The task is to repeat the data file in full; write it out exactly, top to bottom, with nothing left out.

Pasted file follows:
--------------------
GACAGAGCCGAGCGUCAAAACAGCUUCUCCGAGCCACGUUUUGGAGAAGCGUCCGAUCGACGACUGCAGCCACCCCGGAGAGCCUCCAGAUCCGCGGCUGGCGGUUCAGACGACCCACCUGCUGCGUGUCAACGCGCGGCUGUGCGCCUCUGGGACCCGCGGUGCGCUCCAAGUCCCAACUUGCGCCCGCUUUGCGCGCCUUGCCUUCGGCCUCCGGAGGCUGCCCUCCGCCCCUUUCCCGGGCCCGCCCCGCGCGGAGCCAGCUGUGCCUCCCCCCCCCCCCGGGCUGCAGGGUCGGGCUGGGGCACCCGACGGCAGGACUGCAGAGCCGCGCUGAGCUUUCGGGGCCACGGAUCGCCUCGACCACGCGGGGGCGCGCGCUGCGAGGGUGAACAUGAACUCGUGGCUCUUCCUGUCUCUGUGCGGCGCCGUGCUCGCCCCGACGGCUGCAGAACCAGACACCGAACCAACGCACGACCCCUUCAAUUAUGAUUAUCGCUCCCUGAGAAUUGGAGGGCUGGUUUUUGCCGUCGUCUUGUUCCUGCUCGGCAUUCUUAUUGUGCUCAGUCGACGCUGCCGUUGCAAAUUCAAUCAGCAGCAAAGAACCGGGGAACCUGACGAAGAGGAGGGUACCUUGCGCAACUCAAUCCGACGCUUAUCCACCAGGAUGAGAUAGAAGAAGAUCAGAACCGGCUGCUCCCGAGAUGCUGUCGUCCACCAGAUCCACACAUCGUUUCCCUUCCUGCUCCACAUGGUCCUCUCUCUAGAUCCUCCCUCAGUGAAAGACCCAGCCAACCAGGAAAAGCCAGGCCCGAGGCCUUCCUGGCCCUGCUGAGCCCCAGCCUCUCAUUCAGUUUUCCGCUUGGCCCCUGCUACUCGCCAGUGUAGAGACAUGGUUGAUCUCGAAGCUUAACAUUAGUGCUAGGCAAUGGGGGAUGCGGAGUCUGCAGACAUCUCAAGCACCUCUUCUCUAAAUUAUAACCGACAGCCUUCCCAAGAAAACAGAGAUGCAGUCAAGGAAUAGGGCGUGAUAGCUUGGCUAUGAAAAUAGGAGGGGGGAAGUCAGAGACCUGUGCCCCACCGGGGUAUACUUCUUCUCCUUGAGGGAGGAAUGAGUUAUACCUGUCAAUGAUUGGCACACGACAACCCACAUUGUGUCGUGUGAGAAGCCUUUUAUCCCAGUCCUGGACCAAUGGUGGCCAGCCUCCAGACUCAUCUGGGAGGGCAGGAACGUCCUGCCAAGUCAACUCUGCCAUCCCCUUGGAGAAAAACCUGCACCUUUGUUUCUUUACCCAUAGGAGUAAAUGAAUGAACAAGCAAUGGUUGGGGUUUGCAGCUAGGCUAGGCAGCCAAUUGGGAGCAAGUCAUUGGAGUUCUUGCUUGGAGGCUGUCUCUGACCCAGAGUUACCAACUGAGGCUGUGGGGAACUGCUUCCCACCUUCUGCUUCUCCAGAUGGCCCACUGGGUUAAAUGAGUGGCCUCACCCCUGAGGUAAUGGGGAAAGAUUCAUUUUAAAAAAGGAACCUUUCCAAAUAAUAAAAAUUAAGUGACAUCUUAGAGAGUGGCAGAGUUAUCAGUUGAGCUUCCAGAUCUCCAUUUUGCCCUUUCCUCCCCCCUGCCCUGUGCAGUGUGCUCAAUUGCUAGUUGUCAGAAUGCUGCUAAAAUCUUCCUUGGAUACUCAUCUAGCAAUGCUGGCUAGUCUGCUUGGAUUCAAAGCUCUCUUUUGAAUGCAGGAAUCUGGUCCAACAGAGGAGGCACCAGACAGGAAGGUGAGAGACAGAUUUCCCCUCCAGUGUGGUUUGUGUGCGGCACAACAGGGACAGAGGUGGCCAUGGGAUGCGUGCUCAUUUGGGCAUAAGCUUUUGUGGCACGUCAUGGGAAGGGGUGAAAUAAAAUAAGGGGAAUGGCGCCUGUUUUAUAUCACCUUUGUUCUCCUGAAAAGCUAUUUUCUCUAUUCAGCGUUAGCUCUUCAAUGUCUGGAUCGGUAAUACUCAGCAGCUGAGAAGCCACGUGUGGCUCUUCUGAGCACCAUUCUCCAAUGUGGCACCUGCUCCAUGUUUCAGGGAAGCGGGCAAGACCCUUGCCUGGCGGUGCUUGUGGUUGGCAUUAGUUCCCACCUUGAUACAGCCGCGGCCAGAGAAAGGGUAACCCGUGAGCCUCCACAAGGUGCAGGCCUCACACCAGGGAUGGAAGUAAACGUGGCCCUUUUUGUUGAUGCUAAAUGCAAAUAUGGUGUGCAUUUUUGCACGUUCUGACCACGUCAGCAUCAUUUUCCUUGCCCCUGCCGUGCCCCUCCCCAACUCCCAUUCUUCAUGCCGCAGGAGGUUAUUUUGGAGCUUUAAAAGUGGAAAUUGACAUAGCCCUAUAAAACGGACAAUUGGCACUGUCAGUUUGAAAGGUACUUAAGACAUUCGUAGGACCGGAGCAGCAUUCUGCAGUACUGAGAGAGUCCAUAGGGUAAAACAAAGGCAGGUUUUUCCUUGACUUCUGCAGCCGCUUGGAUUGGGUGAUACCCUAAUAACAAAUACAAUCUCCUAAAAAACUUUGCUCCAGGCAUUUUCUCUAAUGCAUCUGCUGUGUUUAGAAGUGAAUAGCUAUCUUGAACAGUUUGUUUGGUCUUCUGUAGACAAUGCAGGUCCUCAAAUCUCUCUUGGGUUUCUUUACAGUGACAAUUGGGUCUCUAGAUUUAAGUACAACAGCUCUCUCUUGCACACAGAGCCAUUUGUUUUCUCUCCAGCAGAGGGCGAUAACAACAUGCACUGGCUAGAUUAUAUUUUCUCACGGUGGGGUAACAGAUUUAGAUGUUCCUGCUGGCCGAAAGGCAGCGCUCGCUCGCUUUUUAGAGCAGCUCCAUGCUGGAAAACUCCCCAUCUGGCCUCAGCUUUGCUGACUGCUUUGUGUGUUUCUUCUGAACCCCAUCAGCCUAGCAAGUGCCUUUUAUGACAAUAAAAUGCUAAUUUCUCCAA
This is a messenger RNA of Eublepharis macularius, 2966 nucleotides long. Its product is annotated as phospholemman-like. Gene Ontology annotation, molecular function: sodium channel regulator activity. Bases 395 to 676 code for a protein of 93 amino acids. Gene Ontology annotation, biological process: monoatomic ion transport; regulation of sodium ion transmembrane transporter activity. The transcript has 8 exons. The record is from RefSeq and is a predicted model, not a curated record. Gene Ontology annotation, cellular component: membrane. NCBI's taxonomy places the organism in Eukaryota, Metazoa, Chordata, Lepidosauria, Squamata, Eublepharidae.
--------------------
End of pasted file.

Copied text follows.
GACAGAGCCGAGCGUCAAAACAGCUUCUCCGAGCCACGUUUUGGAGAAGCGUCCGAUCGACGACUGCAGCCACCCCGGAGAGCCUCCAGAUCCGCGGCUGGCGGUUCAGACGACCCACCUGCUGCGUGUCAACGCGCGGCUGUGCGCCUCUGGGACCCGCGGUGCGCUCCAAGUCCCAACUUGCGCCCGCUUUGCGCGCCUUGCCUUCGGCCUCCGGAGGCUGCCCUCCGCCCCUUUCCCGGGCCCGCCCCGCGCGGAGCCAGCUGUGCCUCCCCCCCCCCCCGGGCUGCAGGGUCGGGCUGGGGCACCCGACGGCAGGACUGCAGAGCCGCGCUGAGCUUUCGGGGCCACGGAUCGCCUCGACCACGCGGGGGCGCGCGCUGCGAGGGUGAACAUGAACUCGUGGCUCUUCCUGUCUCUGUGCGGCGCCGUGCUCGCCCCGACGGCUGCAGAACCAGACACCGAACCAACGCACGACCCCUUCAAUUAUGAUUAUCGCUCCCUGAGAAUUGGAGGGCUGGUUUUUGCCGUCGUCUUGUUCCUGCUCGGCAUUCUUAUUGUGCUCAGUCGACGCUGCCGUUGCAAAUUCAAUCAGCAGCAAAGAACCGGGGAACCUGACGAAGAGGAGGGUACCUUGCGCAACUCAAUCCGACGCUUAUCCACCAGGAUGAGAUAGAAGAAGAUCAGAACCGGCUGCUCCCGAGAUGCUGUCGUCCACCAGAUCCACACAUCGUUUCCCUUCCUGCUCCACAUGGUCCUCUCUCUAGAUCCUCCCUCAGUGAAAGACCCAGCCAACCAGGAAAAGCCAGGCCCGAGGCCUUCCUGGCCCUGCUGAGCCCCAGCCUCUCAUUCAGUUUUCCGCUUGGCCCCUGCUACUCGCCAGUGUAGAGACAUGGUUGAUCUCGAAGCUUAACAUUAGUGCUAGGCAAUGGGGGAUGCGGAGUCUGCAGACAUCUCAAGCACCUCUUCUCUAAAUUAUAACCGACAGCCUUCCCAAGAAAACAGAGAUGCAGUCAAGGAAUAGGGCGUGAUAGCUUGGCUAUGAAAAUAGGAGGGGGGAAGUCAGAGACCUGUGCCCCACCGGGGUAUACUUCUUCUCCUUGAGGGAGGAAUGAGUUAUACCUGUCAAUGAUUGGCACACGACAACCCACAUUGUGUCGUGUGAGAAGCCUUUUAUCCCAGUCCUGGACCAAUGGUGGCCAGCCUCCAGACUCAUCUGGGAGGGCAGGAACGUCCUGCCAAGUCAACUCUGCCAUCCCCUUGGAGAAAAACCUGCACCUUUGUUUCUUUACCCAUAGGAGUAAAUGAAUGAACAAGCAAUGGUUGGGGUUUGCAGCUAGGCUAGGCAGCCAAUUGGGAGCAAGUCAUUGGAGUUCUUGCUUGGAGGCUGUCUCUGACCCAGAGUUACCAACUGAGGCUGUGGGGAACUGCUUCCCACCUUCUGCUUCUCCAGAUGGCCCACUGGGUUAAAUGAGUGGCCUCACCCCUGAGGUAAUGGGGAAAGAUUCAUUUUAAAAAAGGAACCUUUCCAAAUAAUAAAAAUUAAGUGACAUCUUAGAGAGUGGCAGAGUUAUCAGUUGAGCUUCCAGAUCUCCAUUUUGCCCUUUCCUCCCCCCUGCCCUGUGCAGUGUGCUCAAUUGCUAGUUGUCAGAAUGCUGCUAAAAUCUUCCUUGGAUACUCAUCUAGCAAUGCUGGCUAGUCUGCUUGGAUUCAAAGCUCUCUUUUGAAUGCAGGAAUCUGGUCCAACAGAGGAGGCACCAGACAGGAAGGUGAGAGACAGAUUUCCCCUCCAGUGUGGUUUGUGUGCGGCACAACAGGGACAGAGGUGGCCAUGGGAUGCGUGCUCAUUUGGGCAUAAGCUUUUGUGGCACGUCAUGGGAAGGGGUGAAAUAAAAUAAGGGGAAUGGCGCCUGUUUUAUAUCACCUUUGUUCUCCUGAAAAGCUAUUUUCUCUAUUCAGCGUUAGCUCUUCAAUGUCUGGAUCGGUAAUACUCAGCAGCUGAGAAGCCACGUGUGGCUCUUCUGAGCACCAUUCUCCAAUGUGGCACCUGCUCCAUGUUUCAGGGAAGCGGGCAAGACCCUUGCCUGGCGGUGCUUGUGGUUGGCAUUAGUUCCCACCUUGAUACAGCCGCGGCCAGAGAAAGGGUAACCCGUGAGCCUCCACAAGGUGCAGGCCUCACACCAGGGAUGGAAGUAAACGUGGCCCUUUUUGUUGAUGCUAAAUGCAAAUAUGGUGUGCAUUUUUGCACGUUCUGACCACGUCAGCAUCAUUUUCCUUGCCCCUGCCGUGCCCCUCCCCAACUCCCAUUCUUCAUGCCGCAGGAGGUUAUUUUGGAGCUUUAAAAGUGGAAAUUGACAUAGCCCUAUAAAACGGACAAUUGGCACUGUCAGUUUGAAAGGUACUUAAGACAUUCGUAGGACCGGAGCAGCAUUCUGCAGUACUGAGAGAGUCCAUAGGGUAAAACAAAGGCAGGUUUUUCCUUGACUUCUGCAGCCGCUUGGAUUGGGUGAUACCCUAAUAACAAAUACAAUCUCCUAAAAAACUUUGCUCCAGGCAUUUUCUCUAAUGCAUCUGCUGUGUUUAGAAGUGAAUAGCUAUCUUGAACAGUUUGUUUGGUCUUCUGUAGACAAUGCAGGUCCUCAAAUCUCUCUUGGGUUUCUUUACAGUGACAAUUGGGUCUCUAGAUUUAAGUACAACAGCUCUCUCUUGCACACAGAGCCAUUUGUUUUCUCUCCAGCAGAGGGCGAUAACAACAUGCACUGGCUAGAUUAUAUUUUCUCACGGUGGGGUAACAGAUUUAGAUGUUCCUGCUGGCCGAAAGGCAGCGCUCGCUCGCUUUUUAGAGCAGCUCCAUGCUGGAAAACUCCCCAUCUGGCCUCAGCUUUGCUGACUGCUUUGUGUGUUUCUUCUGAACCCCAUCAGCCUAGCAAGUGCCUUUUAUGACAAUAAAAUGCUAAUUUCUCCAA
This is a messenger RNA of Eublepharis macularius, 2966 nucleotides long. Its product is annotated as phospholemman-like. Gene Ontology annotation, molecular function: sodium channel regulator activity. Bases 395 to 676 code for a protein of 93 amino acids. Gene Ontology annotation, biological process: monoatomic ion transport; regulation of sodium ion transmembrane transporter activity. The transcript has 8 exons. The record is from RefSeq and is a predicted model, not a curated record. Gene Ontology annotation, cellular component: membrane. NCBI's taxonomy places the organism in Eukaryota, Metazoa, Chordata, Lepidosauria, Squamata, Eublepharidae.